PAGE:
However the extent of any such commitments remains unclear, and there has been no progress on agreeing principles for allocating limited emission entitlements across countries (assuming that an emission entitlement mechanism is retained). Substantive progress at the international level will take some time and the Republican takeover of the US House of Representatives means that the US's contribution will continue to be problematic.
The glacial progress in the UN negotiations does not mean that climate change has slipped off the global political agenda.
The work of the Global Research Alliance on agricultural emissions (in which New Zealand is taking a leadership role) continues, as do regional and domestic initiatives.
The adjustments to the EU Emissions Trading Scheme for the 2013-2020 period have already been decided, with the EU ETS being strengthened (and the direct cost to European industry set to increase) by more auctioning of emission allowances, less free allocation and greater restrictions on the importation of credits from outside the EU.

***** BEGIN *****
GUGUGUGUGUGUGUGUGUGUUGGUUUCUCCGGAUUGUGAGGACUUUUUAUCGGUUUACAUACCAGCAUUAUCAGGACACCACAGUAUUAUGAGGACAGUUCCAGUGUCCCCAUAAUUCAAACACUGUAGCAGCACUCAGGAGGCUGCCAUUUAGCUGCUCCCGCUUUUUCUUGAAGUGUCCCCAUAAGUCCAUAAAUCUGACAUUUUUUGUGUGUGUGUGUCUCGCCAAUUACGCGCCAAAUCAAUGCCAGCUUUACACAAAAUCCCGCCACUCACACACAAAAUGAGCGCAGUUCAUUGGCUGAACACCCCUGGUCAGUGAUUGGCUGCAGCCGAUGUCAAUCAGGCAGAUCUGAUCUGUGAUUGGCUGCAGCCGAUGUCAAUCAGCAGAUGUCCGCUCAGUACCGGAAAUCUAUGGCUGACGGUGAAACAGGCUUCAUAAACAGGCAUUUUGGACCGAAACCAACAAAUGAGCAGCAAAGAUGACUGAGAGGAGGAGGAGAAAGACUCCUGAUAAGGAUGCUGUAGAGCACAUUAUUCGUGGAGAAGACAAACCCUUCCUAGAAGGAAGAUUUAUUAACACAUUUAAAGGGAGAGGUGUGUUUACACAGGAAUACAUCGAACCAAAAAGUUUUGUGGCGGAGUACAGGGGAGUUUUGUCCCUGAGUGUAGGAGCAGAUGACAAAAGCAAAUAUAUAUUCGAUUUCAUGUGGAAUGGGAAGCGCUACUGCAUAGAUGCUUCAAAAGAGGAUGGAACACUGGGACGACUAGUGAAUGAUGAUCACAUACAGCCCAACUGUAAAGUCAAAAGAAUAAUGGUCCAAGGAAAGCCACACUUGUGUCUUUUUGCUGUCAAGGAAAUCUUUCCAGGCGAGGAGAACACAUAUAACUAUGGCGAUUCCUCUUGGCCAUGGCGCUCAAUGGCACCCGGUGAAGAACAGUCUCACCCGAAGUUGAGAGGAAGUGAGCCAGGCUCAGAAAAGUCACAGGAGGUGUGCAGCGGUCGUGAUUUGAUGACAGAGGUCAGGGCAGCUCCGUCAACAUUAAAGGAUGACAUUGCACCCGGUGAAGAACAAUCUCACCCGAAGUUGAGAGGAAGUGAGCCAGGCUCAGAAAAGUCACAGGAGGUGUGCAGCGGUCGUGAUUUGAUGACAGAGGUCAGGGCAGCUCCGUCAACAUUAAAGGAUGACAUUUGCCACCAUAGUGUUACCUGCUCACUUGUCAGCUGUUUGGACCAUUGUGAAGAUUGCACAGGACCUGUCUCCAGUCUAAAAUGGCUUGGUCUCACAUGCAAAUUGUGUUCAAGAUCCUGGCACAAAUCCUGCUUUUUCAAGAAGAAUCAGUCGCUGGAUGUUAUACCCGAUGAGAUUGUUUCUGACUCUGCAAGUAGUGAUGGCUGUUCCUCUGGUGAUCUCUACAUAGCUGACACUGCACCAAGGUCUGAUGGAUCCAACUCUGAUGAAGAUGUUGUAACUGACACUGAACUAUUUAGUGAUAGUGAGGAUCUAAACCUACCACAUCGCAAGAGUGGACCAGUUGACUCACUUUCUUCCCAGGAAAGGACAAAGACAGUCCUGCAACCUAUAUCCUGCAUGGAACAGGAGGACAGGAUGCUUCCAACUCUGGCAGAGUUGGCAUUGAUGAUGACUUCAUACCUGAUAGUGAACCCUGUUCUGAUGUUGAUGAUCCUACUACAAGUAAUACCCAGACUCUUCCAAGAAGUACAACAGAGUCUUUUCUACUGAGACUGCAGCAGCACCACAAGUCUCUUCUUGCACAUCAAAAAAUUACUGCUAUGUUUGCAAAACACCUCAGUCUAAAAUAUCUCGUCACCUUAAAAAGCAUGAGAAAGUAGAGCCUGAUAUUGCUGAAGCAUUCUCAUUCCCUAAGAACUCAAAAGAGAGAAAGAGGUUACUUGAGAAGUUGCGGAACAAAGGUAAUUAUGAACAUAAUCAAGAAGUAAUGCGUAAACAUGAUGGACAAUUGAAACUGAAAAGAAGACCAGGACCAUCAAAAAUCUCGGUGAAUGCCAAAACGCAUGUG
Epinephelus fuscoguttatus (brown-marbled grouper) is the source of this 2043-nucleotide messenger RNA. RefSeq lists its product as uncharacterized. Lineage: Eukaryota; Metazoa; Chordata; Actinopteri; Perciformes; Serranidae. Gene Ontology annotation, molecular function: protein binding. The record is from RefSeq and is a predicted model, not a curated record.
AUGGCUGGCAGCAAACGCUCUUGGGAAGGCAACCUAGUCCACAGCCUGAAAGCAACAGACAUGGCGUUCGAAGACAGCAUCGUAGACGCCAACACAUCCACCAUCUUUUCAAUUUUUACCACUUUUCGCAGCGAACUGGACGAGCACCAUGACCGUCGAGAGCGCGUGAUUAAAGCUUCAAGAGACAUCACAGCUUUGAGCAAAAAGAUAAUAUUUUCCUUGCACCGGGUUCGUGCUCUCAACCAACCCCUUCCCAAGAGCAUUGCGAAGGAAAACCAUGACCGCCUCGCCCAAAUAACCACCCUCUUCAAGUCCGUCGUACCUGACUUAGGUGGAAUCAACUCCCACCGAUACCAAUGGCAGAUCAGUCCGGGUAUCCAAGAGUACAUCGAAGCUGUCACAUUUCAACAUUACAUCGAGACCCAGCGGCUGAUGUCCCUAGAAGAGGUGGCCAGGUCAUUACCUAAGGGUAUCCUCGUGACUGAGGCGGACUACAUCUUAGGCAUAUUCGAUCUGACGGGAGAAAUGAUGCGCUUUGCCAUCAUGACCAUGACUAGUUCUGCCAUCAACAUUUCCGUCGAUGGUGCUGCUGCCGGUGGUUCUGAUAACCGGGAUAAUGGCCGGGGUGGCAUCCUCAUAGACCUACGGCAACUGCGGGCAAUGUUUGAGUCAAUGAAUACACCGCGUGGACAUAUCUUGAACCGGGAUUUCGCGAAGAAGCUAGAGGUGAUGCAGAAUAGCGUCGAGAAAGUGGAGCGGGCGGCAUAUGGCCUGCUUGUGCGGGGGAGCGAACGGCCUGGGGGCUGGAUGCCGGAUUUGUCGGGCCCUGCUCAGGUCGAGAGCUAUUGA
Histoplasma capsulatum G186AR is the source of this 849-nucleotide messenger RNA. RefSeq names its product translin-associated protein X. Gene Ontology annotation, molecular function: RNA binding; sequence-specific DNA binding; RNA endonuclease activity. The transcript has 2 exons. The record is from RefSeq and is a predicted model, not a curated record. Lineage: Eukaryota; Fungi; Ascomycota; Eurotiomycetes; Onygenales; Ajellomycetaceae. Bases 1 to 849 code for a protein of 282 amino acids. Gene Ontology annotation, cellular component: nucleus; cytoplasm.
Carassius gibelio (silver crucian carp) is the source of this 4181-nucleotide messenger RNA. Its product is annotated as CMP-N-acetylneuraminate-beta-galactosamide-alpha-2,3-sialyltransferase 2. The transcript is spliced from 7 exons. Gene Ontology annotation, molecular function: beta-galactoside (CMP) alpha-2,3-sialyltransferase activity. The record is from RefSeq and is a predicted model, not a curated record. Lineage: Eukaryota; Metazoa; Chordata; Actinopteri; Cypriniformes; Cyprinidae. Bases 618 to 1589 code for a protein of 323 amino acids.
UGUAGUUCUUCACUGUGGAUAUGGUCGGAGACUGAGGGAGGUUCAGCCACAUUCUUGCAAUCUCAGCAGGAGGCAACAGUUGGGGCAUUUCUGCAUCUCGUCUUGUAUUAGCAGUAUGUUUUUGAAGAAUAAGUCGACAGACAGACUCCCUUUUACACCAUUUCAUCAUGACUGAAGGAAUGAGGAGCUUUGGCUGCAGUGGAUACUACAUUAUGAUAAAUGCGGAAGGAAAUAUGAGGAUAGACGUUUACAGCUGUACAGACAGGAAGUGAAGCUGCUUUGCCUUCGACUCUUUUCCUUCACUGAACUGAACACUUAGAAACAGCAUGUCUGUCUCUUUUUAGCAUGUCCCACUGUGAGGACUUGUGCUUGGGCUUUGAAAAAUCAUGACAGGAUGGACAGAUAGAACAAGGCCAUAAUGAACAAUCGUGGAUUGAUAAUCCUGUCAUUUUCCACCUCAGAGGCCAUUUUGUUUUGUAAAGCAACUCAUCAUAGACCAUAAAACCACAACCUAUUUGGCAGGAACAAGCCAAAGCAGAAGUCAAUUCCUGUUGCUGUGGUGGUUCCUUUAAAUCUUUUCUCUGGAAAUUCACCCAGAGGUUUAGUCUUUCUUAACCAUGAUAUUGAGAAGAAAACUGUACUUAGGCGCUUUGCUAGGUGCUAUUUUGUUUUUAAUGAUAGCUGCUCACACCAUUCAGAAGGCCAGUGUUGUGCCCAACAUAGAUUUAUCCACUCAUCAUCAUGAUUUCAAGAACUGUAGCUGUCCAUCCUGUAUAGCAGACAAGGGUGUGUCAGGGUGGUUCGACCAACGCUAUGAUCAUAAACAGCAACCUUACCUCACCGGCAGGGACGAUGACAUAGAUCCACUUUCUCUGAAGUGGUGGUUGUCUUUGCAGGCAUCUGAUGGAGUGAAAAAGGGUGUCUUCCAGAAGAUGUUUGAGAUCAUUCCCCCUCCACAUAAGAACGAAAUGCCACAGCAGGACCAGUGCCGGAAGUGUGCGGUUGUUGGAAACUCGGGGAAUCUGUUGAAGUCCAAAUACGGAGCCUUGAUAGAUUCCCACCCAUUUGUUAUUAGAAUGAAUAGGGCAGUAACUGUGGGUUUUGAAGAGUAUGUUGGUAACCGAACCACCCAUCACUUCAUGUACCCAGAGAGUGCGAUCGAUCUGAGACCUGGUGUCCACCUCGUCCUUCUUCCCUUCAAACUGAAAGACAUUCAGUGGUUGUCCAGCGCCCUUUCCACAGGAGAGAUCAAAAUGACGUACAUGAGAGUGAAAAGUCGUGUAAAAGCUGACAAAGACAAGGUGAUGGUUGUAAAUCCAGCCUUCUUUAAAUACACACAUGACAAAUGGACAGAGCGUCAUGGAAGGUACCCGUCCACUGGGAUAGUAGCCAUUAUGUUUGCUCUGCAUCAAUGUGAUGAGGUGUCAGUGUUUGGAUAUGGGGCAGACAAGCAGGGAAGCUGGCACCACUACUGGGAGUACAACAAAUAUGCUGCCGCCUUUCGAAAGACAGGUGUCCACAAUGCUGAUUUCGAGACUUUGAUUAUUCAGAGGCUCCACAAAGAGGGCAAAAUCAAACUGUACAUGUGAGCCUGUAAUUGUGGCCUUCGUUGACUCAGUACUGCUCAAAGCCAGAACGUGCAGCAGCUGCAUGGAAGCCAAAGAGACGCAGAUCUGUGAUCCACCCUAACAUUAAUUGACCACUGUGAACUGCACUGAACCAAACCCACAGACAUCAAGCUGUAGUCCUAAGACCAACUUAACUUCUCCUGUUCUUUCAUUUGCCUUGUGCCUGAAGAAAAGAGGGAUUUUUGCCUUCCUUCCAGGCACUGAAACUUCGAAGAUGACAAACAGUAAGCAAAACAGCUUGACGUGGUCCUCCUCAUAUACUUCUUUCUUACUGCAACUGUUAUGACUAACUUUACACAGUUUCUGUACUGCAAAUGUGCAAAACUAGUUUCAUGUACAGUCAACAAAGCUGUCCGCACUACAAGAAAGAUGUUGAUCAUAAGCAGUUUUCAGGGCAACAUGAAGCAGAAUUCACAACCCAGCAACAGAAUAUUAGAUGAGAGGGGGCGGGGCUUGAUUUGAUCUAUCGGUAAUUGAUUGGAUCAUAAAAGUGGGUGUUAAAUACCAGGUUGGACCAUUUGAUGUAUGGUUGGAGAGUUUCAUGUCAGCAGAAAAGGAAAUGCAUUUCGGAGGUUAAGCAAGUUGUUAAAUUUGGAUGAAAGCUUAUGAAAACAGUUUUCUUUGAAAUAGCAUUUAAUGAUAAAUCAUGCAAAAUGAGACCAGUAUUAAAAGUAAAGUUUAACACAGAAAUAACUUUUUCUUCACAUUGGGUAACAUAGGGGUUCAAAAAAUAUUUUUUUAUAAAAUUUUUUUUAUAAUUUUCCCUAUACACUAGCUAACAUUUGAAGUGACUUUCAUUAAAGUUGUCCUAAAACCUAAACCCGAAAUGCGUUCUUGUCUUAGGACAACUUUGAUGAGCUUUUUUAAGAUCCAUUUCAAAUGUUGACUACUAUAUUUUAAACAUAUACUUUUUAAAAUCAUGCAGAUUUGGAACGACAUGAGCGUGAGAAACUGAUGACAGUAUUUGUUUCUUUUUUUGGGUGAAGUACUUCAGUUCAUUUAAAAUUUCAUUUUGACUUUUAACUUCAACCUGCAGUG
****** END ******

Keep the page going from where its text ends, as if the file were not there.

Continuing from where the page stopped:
Reports out of China are that Beijing is moving toward developing a domestic carbon market to promote much needed energy efficiency as well as reduce emissions. And California has adopted a mandatory cap and trade program to be phased in from next year.
These developments suggest a cost of carbon is beginning to be introduced in more economies around the world, including in key trading partners. But there is a distinct lack of coordination (not helped by the murk at the international level) of both the pace of implementation and the level of carbon cost incurred directly by domestic industry and consumers.
Implications for New Zealand
There is a recognition within the Government that our "clean, green" brand will be compromised (at potential cost to our food exports and tourism) if we are seen to drop the ball on climate change. The existence of an ETS remains a tangible accomplishment for New Zealand, despite the debate over its strength. So while the operational settings and pace of implementation of the ETS are open for discussion under the ETS Review, the question of whether New Zealand should have an ETS is not.